- Singapore Court of Appeal clarifies grounds for setting aside arbitral awards and applicability of ’no evidence rule’ in Singapore (CEF and CEG v CEH)
- What are the practical implications of this case?
- What was the background?
- What did the court decide?
- Transfer Order—uncertain, ambiguous, impossible, unenforceable
- Repayment Order—no evidence rule
- Damages Order—fair hearing rule
- Award was sufficiently reasoned
- Case details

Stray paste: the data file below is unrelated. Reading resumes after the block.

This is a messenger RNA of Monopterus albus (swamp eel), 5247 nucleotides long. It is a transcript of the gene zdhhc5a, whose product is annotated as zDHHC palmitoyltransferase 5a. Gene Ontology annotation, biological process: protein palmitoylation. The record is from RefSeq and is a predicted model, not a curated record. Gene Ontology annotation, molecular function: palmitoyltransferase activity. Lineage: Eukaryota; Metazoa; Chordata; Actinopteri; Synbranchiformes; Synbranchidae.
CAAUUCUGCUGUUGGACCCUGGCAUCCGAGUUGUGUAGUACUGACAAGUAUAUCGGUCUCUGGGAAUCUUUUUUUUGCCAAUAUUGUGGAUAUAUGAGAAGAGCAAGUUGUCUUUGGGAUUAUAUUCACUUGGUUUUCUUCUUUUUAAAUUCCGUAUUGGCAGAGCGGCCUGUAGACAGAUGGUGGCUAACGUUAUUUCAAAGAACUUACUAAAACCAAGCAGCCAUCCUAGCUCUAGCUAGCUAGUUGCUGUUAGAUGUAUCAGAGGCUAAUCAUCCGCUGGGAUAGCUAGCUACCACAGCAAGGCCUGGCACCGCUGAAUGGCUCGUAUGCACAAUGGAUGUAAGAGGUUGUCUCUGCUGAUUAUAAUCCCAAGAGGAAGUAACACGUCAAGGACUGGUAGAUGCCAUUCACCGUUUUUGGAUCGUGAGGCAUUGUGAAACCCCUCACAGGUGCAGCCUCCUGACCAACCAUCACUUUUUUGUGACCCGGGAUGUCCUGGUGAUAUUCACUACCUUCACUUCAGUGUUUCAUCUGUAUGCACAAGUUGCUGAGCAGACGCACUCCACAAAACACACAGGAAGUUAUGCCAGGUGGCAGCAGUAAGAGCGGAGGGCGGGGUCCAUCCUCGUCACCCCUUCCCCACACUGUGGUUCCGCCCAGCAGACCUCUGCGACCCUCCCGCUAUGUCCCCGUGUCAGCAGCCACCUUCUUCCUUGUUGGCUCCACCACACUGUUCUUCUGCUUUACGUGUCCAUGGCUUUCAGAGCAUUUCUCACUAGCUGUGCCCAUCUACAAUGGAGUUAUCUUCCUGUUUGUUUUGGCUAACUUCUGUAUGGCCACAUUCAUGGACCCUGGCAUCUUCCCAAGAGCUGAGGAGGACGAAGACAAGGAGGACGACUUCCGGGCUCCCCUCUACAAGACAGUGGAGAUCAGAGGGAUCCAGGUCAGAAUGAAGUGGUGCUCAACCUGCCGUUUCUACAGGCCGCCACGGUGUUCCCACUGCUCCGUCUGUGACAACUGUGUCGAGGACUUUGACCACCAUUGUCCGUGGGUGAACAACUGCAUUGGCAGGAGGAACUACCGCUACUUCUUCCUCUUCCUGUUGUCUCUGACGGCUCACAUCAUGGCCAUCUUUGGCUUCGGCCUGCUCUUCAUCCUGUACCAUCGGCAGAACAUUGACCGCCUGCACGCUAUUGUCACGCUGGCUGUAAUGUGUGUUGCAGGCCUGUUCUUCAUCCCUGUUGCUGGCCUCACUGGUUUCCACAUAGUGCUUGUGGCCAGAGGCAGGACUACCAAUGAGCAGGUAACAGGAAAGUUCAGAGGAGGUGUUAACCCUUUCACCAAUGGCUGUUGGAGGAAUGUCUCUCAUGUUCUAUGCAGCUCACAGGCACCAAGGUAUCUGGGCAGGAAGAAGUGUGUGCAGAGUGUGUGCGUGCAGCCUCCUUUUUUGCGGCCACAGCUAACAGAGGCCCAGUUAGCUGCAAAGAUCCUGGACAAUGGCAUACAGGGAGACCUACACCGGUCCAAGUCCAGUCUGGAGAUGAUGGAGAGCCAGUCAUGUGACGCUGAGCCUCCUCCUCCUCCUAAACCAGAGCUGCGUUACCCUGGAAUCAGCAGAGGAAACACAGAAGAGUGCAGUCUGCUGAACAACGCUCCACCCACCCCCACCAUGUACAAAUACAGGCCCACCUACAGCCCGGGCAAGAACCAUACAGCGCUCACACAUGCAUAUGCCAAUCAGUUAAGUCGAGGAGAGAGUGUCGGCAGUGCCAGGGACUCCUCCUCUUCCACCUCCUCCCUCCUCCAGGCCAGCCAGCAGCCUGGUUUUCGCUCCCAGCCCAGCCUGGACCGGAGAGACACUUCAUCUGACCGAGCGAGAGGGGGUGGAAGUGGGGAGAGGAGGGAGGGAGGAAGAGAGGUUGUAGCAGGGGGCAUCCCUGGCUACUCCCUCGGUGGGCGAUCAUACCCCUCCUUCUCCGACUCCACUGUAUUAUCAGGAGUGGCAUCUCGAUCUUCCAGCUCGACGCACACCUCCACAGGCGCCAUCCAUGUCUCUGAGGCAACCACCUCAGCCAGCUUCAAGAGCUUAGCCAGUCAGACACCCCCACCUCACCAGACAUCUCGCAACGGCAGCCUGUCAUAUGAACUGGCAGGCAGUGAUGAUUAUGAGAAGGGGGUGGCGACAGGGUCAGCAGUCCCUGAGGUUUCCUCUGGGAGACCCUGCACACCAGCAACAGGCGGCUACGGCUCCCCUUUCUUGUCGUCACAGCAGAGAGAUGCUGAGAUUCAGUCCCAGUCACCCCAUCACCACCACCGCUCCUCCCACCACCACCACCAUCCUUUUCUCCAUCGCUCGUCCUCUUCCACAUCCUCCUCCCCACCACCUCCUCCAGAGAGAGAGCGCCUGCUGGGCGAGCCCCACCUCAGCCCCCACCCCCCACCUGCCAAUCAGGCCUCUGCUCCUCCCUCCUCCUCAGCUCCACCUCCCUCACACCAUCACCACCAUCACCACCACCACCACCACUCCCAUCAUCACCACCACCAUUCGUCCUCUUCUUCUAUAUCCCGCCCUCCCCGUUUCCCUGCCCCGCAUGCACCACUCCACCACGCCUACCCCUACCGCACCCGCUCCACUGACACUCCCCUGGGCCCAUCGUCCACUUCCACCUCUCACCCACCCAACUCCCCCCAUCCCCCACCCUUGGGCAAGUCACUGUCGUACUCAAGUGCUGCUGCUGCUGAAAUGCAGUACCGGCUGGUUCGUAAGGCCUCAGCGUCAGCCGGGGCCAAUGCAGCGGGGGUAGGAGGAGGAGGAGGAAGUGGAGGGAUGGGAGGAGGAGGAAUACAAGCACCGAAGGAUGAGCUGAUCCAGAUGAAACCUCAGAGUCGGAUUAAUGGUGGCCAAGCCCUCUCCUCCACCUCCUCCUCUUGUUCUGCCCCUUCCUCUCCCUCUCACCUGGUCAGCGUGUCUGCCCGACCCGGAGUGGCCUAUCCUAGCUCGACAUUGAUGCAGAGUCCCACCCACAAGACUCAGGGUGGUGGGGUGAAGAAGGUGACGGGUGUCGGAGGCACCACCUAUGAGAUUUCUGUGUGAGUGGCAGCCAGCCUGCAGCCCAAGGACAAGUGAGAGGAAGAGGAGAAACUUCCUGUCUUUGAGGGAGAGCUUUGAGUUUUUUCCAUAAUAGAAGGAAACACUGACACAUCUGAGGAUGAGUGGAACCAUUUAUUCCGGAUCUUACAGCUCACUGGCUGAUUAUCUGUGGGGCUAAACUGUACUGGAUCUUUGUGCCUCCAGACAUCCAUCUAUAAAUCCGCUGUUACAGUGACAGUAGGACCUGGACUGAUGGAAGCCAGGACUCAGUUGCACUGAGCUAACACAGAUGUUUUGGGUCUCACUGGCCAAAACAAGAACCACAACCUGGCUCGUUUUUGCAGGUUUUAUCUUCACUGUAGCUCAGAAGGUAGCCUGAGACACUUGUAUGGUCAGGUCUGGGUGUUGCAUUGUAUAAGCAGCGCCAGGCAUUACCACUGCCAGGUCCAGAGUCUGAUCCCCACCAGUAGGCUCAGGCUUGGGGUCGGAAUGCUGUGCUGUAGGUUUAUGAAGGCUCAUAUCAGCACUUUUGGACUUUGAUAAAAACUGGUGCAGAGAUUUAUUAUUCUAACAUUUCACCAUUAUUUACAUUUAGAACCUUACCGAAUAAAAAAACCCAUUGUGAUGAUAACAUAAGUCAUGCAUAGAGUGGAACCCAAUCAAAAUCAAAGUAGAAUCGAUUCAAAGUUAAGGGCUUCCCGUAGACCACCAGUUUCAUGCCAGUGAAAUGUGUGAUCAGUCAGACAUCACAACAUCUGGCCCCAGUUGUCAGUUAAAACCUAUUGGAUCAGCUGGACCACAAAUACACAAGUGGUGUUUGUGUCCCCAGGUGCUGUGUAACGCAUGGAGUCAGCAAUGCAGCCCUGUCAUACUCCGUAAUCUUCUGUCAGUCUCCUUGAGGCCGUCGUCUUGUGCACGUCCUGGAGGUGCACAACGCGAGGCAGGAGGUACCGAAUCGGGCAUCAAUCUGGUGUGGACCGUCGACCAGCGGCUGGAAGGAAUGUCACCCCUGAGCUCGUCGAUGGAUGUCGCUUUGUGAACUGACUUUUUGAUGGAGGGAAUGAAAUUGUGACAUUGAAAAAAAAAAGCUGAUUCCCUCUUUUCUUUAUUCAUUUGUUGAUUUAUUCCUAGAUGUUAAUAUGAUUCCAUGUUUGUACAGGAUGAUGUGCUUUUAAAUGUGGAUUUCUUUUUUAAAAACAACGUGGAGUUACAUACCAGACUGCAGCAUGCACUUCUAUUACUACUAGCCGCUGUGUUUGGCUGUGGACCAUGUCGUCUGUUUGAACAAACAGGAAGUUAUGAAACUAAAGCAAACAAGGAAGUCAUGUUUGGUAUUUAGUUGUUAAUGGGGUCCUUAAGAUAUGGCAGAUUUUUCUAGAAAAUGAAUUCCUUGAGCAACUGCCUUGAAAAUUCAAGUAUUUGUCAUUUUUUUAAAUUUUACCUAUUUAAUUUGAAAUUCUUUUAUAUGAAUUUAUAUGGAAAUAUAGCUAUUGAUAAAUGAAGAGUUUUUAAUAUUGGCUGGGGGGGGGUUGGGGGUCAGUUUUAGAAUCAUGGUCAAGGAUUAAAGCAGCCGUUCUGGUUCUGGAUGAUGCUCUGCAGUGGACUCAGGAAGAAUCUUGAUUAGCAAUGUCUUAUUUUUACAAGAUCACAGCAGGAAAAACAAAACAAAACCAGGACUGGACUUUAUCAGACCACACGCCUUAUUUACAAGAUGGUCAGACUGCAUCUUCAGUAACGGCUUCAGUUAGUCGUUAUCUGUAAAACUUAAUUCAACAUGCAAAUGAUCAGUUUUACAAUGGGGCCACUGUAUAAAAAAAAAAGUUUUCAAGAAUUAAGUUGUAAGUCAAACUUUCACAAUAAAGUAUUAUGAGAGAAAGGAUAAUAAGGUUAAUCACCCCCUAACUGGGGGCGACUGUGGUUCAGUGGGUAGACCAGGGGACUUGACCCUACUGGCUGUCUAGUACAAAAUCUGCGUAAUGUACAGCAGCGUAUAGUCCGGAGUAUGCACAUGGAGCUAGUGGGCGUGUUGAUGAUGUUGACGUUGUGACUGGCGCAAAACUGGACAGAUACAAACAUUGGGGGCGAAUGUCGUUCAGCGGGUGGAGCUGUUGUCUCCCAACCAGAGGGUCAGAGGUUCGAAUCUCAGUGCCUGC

Arbitration analysis: In CEF and CEG v CEH  SGCA 54, the Singapore Court of Appeal dealt with a variety of orders in an arbitral award to determine whether they should be set aside. The appeal raised a number of novel points, with the appellants alleging that the orders were, inter alia, ‘uncertain, ambiguous, impossible and/or unenforceable’, in breach of the ‘no evidence rule’ applied to findings of fact made without evidential basis, and in breach of the fair hearing rule. The court found that ambiguity in or unenforceability of an award were not proper grounds for setting it aside, and that the ‘no evidence rule’ is not appropriate under Singapore law as it contravenes the principle of minimal curial intervention. The court also expounded on how an arbitral tribunal’s chain of reasoning can result in a breach of the fair hearing rule. Written by Wei Ming Tan, Of Counsel at CMS Holborn Asia.
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